Coffee Table, 1964, Queensland Art Gallery, Brisbane. Gift of James Mollison AO through the Queensland Art Gallery Foundation 2010. On display until June 17.
IN 1964 Australian company Laminex, famous for its kitchen benchtops, took the rather audacious step of commissioning an artist to create a series of coffee tables featuring its plastic sheeting. For the project, the company chose Melbourne-based artist Janet Dawson, who was known for her innovative approach to abstraction; she is often credited with helping introduce colour field painting to Australia. Dawson created a small series of the tables, which she called Living Art.
For the tabletops she used Laminex’s strong flat colours to echo contemporary American abstraction, such as Jasper Johns’s late 1950s Target paintings and Frank Stella’s Protractor series of the 60s.
Once the tables were completed, they were exhibited at the influential Gallery A in Melbourne. These days, however, her tables are rare and difficult to find on public display. But there is one on show at Brisbane’s Queensland Art Gallery, a gift to the gallery from James Mollison, former director of the National Gallery of Australia and the National Gallery of Victoria.
Angela Goddard, curator of Australian art to 1975, says Mollison regularly used Dawson’s coffee table in his home.
‘‘ It has had a long and very well-loved life,’’ Goddard says. ‘‘ You can see the evidence of the way it has been used with coffee cups. But in this the table embodies the Bauhaus’s twinned principles of art and function, in the sense that design and everyday objects that we use can be beautiful as well as being functional.’’
Goddard explains that the table demonstrates Dawson’s innovative thinking and the crossing of disciplinary boundaries.
‘‘ While other artists were also interested in the development of mass-produced furniture, Dawson’s tables are singular in Australian art: they oscillate between design and art, uniting function and aesthetics.
‘‘ In the form of coffee tables, the tabletops become both arresting abstract works as well as musings on the reductive methodology of abstraction, indeed even suggesting playful criticism of the use-value of abstract painting. It is fascinating as a domestic object and I just love it.’’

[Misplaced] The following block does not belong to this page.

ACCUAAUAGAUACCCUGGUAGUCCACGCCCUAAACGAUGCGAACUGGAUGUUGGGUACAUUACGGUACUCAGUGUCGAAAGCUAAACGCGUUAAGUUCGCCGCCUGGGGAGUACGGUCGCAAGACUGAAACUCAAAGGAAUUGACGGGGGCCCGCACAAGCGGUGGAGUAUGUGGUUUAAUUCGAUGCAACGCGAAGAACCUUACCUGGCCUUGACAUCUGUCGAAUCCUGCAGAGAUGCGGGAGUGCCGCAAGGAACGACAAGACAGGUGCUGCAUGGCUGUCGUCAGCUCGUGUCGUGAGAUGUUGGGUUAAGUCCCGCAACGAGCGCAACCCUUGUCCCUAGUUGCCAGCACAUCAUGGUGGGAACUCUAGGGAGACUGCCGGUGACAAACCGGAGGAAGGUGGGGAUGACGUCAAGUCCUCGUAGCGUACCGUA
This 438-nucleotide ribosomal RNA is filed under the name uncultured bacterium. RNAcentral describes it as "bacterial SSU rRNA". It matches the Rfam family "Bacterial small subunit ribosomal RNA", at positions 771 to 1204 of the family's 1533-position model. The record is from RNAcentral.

When Dawson was commissioned to produce the coffee tables in 1964 she had just returned to Australia from studying and working in Europe. At this time she had a strong commitment to abstract art, often working in acrylic paint and on shaped composition boards.
She also worked at Gallery A with dealer Max Hutchinson and artist Clement Meadmore. She co-ordinated a major exhibition on the Bauhaus and ran the gallery’s print workshop, where artists such as Fred Williams, Albert Tucker, John Brack and John Olsen produced lithographs.
In 1968 Dawson was one of only three women included in the pioneering exhibition The Field at the National Gallery of Victoria. But Dawson’s interest in the colour field movement waned and she eventually found abstraction too limiting.
In 1973 she and her husband, writer and actor Michael Boddy, moved to rural NSW and this influenced her work. She became interested in her immediate landscape and, as Andrew Sayers, director of the National Museum of Australia, has said, she ‘‘ engaged with the qualities of the natural world: not only the landscape but the sheen of birds’ feathers, the shapes of growing things, the endless pictorial possibilities of vegetables tended in the garden’’.
Also in 1973, Dawson became one of the few women to win the Archibald Prize, with her portrait Michael Boddy Reading.
Dawson, who was born in 1935, lives and works near Binalong, in the NSW southern tablelands. She will be exhibiting current work in a group show at Stella Downer Fine Art in Waterloo, Sydney, from August 21 to September 15.
Laminex plastic sheet on composition board, metal legs. Base: 61cm x 61cm x 35.5cm. Top: 122cm x 3cm